Shifting shopping habits: Consumer visits favor dollar stores, supermarkets during pandemic
Since the pandemic was declared, consumer visits to dollar stores on the weekends are up more than 20% year over year and up between 5% and 15% on weekdays, according to smartphone location data from Sense360 shared by Dairy Farmers of Wisconsin VP of Insights and Strategy Jen Walsh.
“Not only are dollar stores growing their share of foot traffic … but they are also growing in terms of dollars spent per visit,” Walsh said, noting that the number of transactions at dollar stores are up 25% post-COVID-19 for the weeks of March 9-29 compared to pre-COVID-19 for the weeks of Jan. 13 through March 8.
“That is a lot of growth for that channel, both in terms of traffic and spend per visit,” she said.
She attributes the shift to dollar stores as a safety measure taken by consumers who want to limit their exposure to COVID-19 by limiting their contact with others and time in confined spaces with others.
“There is a factor of dollars stores being easy to get into and easy to get out of when you are trying to limit your exposure to other people. … If you go to a dollar store, you are not waiting in line to get in like you might have been if you are going to a club store. You are not shoulder to shoulder with other shoppers once you are inside. You can get in and you can get out, which is really important to shoppers right now,” she explained.
Dollar stores also likely are attractive because of the price sensitive value the offer consumers, many of whom have lost jobs or had their hours reduced since the coronavirus began spreading in the US.
Citing the “staggering” number of initial claims filed for unemployment in the past month, Walsh added that the value component of dollar stores likely will become increasingly important as the economy continues to take a hit from measures designed to slow the spread of coronavirus.
In addition to dollar stores, consumers are visiting supermarkets more often with trips up as high as 15% on any given day year-over-year, but more often hovering between 5% and 10% higher year-over-year on any given day in the weeks since the pandemic was declared, Walsh said.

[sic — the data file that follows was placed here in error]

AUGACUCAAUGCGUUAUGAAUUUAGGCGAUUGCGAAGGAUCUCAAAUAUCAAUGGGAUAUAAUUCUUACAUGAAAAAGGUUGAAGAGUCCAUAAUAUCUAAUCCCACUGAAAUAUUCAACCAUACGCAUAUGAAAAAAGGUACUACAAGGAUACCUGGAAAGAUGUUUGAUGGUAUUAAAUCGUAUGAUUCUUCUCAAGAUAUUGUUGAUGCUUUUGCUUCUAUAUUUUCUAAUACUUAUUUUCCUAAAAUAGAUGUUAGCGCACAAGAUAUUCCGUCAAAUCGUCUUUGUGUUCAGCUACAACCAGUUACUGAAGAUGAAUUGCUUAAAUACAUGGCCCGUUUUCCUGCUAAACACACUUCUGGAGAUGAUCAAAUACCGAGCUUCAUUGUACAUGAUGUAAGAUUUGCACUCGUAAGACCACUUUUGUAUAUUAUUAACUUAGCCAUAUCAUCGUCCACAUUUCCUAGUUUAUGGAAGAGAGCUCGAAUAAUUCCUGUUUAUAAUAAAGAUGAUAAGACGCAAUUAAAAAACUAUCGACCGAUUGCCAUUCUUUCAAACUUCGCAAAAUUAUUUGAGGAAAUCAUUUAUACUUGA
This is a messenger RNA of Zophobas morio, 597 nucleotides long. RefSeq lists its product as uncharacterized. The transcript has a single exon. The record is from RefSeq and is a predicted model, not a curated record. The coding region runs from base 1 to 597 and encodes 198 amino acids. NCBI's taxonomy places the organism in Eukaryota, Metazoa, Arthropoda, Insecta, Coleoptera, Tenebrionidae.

While trips to supermarkets are up, Walsh notes that transactions remain steady – up only 2% in the weeks following the start of the pandemic compared to 1% for the first part of the year compared to the same time periods last year. The discrepancy between the increase in visits and the relatively flat transactions suggests that people might be shopping together with only one person conducting a transaction.
While transactions are steady at supermarkets the amount spent is up 34% since the pandemic began compared to 0% for the first part of the year compared to the same time in 2019, Walsh noted.
Club, mass and c-store visits are slowing
While these two channels are growing, others are slowing, she added.
After an initial surge of almost 40% in visits to club stores on March 11, consumer interest dropped sharply with the rate of visits consistently falling under those of dollar and supermarket since the pandemic began.
Notably, visits to club stores declines sharply on weekend days, dropping between 15% and 25% lower than the same day the previous year, according to the data Walsh shared. However, during the first few weeks of the pandemic, visits to club stores were up on weekdays between 5% and 10%, but since the start of April they have been flat or below the number of visits on the same days last year.
“As people’s schedules shift with working from home, and many people having reduced work hours, they are also shifting when they shop these club stores – again likely trying to minimize their exposure by hitting the stores when they think fewer people will be there,” Walsh said. “Other research I have seen indicates that two-thirds of shoppers are trying to shop in slower times as a precaution and that is evidenced here.”
Visits to convenience stores also have dropped since the pandemic began, with visits flat or down 15% since April 6, according to the Sense360 data. Transactions have fallen 23% since the pandemic began and the amount per transaction is down 10%, Walsh noted.
“When you think about how we are living our lives right now, this kind of makes sense,” said Walsh. She explained: “Most convenience stores are affiliated with gas stations, and I don’t know about you, but I am not driving anywhere. I have no need to go to a gas station as we are all staying at home.”
E-commerce continues to climb
Many consumers are shifting to ecommerce for a completely contactless or much more limited contact shopping experience, according to Walsh, who noted that online food sales were up 183% in March 2020 compared to March 2019.
“A third of US households have now used an online grocery service compared to just 13% in August, which was just about 8 months ago. So, really incredible growth in the online landscape,” she said, adding that “yet more growth is expected as more than a third of shoppers expect to purchase groceries online even more in the future.”
Walsh noted that the big question on many retailers’ and brands’ minds is whether shoppers will return to brick and mortar stores once the pandemic ends or if they will continue to shop online “now that they have gotten over that initial hurdle of trying it for the first time.”
The answer remains to be seen, she said, but she added, “I have seen some data from the NPD Group that shows once consumers try it once…they kind of get hooked and they never really go back to their old ways of shopping – at least not entirely.”